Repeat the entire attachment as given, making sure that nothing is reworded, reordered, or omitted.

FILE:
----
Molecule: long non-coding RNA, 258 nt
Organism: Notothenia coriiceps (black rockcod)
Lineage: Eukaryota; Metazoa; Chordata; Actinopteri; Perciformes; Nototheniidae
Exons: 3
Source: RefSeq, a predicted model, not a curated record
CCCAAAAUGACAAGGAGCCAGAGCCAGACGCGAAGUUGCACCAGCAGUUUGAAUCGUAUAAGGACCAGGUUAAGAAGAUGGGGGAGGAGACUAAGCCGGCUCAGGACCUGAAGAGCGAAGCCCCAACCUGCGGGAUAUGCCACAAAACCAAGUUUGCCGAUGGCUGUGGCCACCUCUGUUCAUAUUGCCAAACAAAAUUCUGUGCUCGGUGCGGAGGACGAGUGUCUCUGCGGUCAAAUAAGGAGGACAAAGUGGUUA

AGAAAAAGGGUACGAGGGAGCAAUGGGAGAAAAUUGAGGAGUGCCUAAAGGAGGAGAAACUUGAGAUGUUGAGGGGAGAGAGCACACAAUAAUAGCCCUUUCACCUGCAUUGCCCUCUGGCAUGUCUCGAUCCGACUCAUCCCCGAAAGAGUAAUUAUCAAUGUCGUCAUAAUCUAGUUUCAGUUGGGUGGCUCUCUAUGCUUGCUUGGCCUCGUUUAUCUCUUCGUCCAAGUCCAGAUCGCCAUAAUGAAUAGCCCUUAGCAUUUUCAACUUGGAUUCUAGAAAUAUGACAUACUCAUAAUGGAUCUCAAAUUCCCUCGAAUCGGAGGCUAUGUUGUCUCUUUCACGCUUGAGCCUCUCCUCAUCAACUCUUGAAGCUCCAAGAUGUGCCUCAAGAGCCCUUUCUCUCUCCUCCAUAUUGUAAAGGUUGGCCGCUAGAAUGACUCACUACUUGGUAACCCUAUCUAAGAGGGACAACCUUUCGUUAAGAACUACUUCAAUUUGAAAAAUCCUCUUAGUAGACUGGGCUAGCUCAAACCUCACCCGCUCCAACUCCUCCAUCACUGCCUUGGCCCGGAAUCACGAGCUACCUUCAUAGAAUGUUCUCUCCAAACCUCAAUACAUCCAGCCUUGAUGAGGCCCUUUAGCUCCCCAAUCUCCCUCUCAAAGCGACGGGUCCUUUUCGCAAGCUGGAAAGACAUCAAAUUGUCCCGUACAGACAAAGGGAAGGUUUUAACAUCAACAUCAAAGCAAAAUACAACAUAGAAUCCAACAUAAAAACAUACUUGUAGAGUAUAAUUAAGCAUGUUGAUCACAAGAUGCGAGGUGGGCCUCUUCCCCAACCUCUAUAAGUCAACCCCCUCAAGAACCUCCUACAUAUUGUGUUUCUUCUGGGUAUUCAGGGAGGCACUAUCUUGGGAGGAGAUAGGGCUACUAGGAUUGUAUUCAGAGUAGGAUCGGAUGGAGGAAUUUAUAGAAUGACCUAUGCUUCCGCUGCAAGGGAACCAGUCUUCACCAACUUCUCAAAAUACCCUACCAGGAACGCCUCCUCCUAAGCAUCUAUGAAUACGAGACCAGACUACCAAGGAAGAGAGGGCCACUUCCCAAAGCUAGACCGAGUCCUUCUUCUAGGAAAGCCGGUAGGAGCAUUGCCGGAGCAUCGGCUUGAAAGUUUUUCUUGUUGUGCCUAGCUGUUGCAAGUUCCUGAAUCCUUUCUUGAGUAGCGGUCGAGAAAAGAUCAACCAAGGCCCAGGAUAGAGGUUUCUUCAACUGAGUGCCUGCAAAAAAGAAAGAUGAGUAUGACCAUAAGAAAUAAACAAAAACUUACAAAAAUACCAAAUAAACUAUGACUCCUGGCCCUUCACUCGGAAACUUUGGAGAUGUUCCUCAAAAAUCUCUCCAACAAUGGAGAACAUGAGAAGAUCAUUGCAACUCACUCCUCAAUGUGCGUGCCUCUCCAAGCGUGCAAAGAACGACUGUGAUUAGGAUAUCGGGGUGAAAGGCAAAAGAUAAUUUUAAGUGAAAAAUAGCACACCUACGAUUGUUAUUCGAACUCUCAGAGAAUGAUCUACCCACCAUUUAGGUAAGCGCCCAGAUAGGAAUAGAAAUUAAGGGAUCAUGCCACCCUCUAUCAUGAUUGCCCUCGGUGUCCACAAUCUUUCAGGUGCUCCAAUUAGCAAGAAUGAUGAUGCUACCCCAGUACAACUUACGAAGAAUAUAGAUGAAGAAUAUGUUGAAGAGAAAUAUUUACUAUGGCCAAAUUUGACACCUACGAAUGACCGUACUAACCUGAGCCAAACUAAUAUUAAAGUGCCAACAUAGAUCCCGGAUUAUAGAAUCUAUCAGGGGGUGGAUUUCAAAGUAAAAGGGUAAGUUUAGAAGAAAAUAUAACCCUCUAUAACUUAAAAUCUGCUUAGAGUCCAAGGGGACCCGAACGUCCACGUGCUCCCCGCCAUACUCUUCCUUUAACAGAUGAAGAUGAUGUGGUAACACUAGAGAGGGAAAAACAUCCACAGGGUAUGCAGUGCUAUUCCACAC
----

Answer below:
Molecule: long non-coding RNA, 258 nt
Organism: Notothenia coriiceps (black rockcod)
Lineage: Eukaryota; Metazoa; Chordata; Actinopteri; Perciformes; Nototheniidae
Exons: 3
Source: RefSeq, a predicted model, not a curated record
CCCAAAAUGACAAGGAGCCAGAGCCAGACGCGAAGUUGCACCAGCAGUUUGAAUCGUAUAAGGACCAGGUUAAGAAGAUGGGGGAGGAGACUAAGCCGGCUCAGGACCUGAAGAGCGAAGCCCCAACCUGCGGGAUAUGCCACAAAACCAAGUUUGCCGAUGGCUGUGGCCACCUCUGUUCAUAUUGCCAAACAAAAUUCUGUGCUCGGUGCGGAGGACGAGUGUCUCUGCGGUCAAAUAAGGAGGACAAAGUGGUUA

AGAAAAAGGGUACGAGGGAGCAAUGGGAGAAAAUUGAGGAGUGCCUAAAGGAGGAGAAACUUGAGAUGUUGAGGGGAGAGAGCACACAAUAAUAGCCCUUUCACCUGCAUUGCCCUCUGGCAUGUCUCGAUCCGACUCAUCCCCGAAAGAGUAAUUAUCAAUGUCGUCAUAAUCUAGUUUCAGUUGGGUGGCUCUCUAUGCUUGCUUGGCCUCGUUUAUCUCUUCGUCCAAGUCCAGAUCGCCAUAAUGAAUAGCCCUUAGCAUUUUCAACUUGGAUUCUAGAAAUAUGACAUACUCAUAAUGGAUCUCAAAUUCCCUCGAAUCGGAGGCUAUGUUGUCUCUUUCACGCUUGAGCCUCUCCUCAUCAACUCUUGAAGCUCCAAGAUGUGCCUCAAGAGCCCUUUCUCUCUCCUCCAUAUUGUAAAGGUUGGCCGCUAGAAUGACUCACUACUUGGUAACCCUAUCUAAGAGGGACAACCUUUCGUUAAGAACUACUUCAAUUUGAAAAAUCCUCUUAGUAGACUGGGCUAGCUCAAACCUCACCCGCUCCAACUCCUCCAUCACUGCCUUGGCCCGGAAUCACGAGCUACCUUCAUAGAAUGUUCUCUCCAAACCUCAAUACAUCCAGCCUUGAUGAGGCCCUUUAGCUCCCCAAUCUCCCUCUCAAAGCGACGGGUCCUUUUCGCAAGCUGGAAAGACAUCAAAUUGUCCCGUACAGACAAAGGGAAGGUUUUAACAUCAACAUCAAAGCAAAAUACAACAUAGAAUCCAACAUAAAAACAUACUUGUAGAGUAUAAUUAAGCAUGUUGAUCACAAGAUGCGAGGUGGGCCUCUUCCCCAACCUCUAUAAGUCAACCCCCUCAAGAACCUCCUACAUAUUGUGUUUCUUCUGGGUAUUCAGGGAGGCACUAUCUUGGGAGGAGAUAGGGCUACUAGGAUUGUAUUCAGAGUAGGAUCGGAUGGAGGAAUUUAUAGAAUGACCUAUGCUUCCGCUGCAAGGGAACCAGUCUUCACCAACUUCUCAAAAUACCCUACCAGGAACGCCUCCUCCUAAGCAUCUAUGAAUACGAGACCAGACUACCAAGGAAGAGAGGGCCACUUCCCAAAGCUAGACCGAGUCCUUCUUCUAGGAAAGCCGGUAGGAGCAUUGCCGGAGCAUCGGCUUGAAAGUUUUUCUUGUUGUGCCUAGCUGUUGCAAGUUCCUGAAUCCUUUCUUGAGUAGCGGUCGAGAAAAGAUCAACCAAGGCCCAGGAUAGAGGUUUCUUCAACUGAGUGCCUGCAAAAAAGAAAGAUGAGUAUGACCAUAAGAAAUAAACAAAAACUUACAAAAAUACCAAAUAAACUAUGACUCCUGGCCCUUCACUCGGAAACUUUGGAGAUGUUCCUCAAAAAUCUCUCCAACAAUGGAGAACAUGAGAAGAUCAUUGCAACUCACUCCUCAAUGUGCGUGCCUCUCCAAGCGUGCAAAGAACGACUGUGAUUAGGAUAUCGGGGUGAAAGGCAAAAGAUAAUUUUAAGUGAAAAAUAGCACACCUACGAUUGUUAUUCGAACUCUCAGAGAAUGAUCUACCCACCAUUUAGGUAAGCGCCCAGAUAGGAAUAGAAAUUAAGGGAUCAUGCCACCCUCUAUCAUGAUUGCCCUCGGUGUCCACAAUCUUUCAGGUGCUCCAAUUAGCAAGAAUGAUGAUGCUACCCCAGUACAACUUACGAAGAAUAUAGAUGAAGAAUAUGUUGAAGAGAAAUAUUUACUAUGGCCAAAUUUGACACCUACGAAUGACCGUACUAACCUGAGCCAAACUAAUAUUAAAGUGCCAACAUAGAUCCCGGAUUAUAGAAUCUAUCAGGGGGUGGAUUUCAAAGUAAAAGGGUAAGUUUAGAAGAAAAUAUAACCCUCUAUAACUUAAAAUCUGCUUAGAGUCCAAGGGGACCCGAACGUCCACGUGCUCCCCGCCAUACUCUUCCUUUAACAGAUGAAGAUGAUGUGGUAACACUAGAGAGGGAAAAACAUCCACAGGGUAUGCAGUGCUAUUCCACAC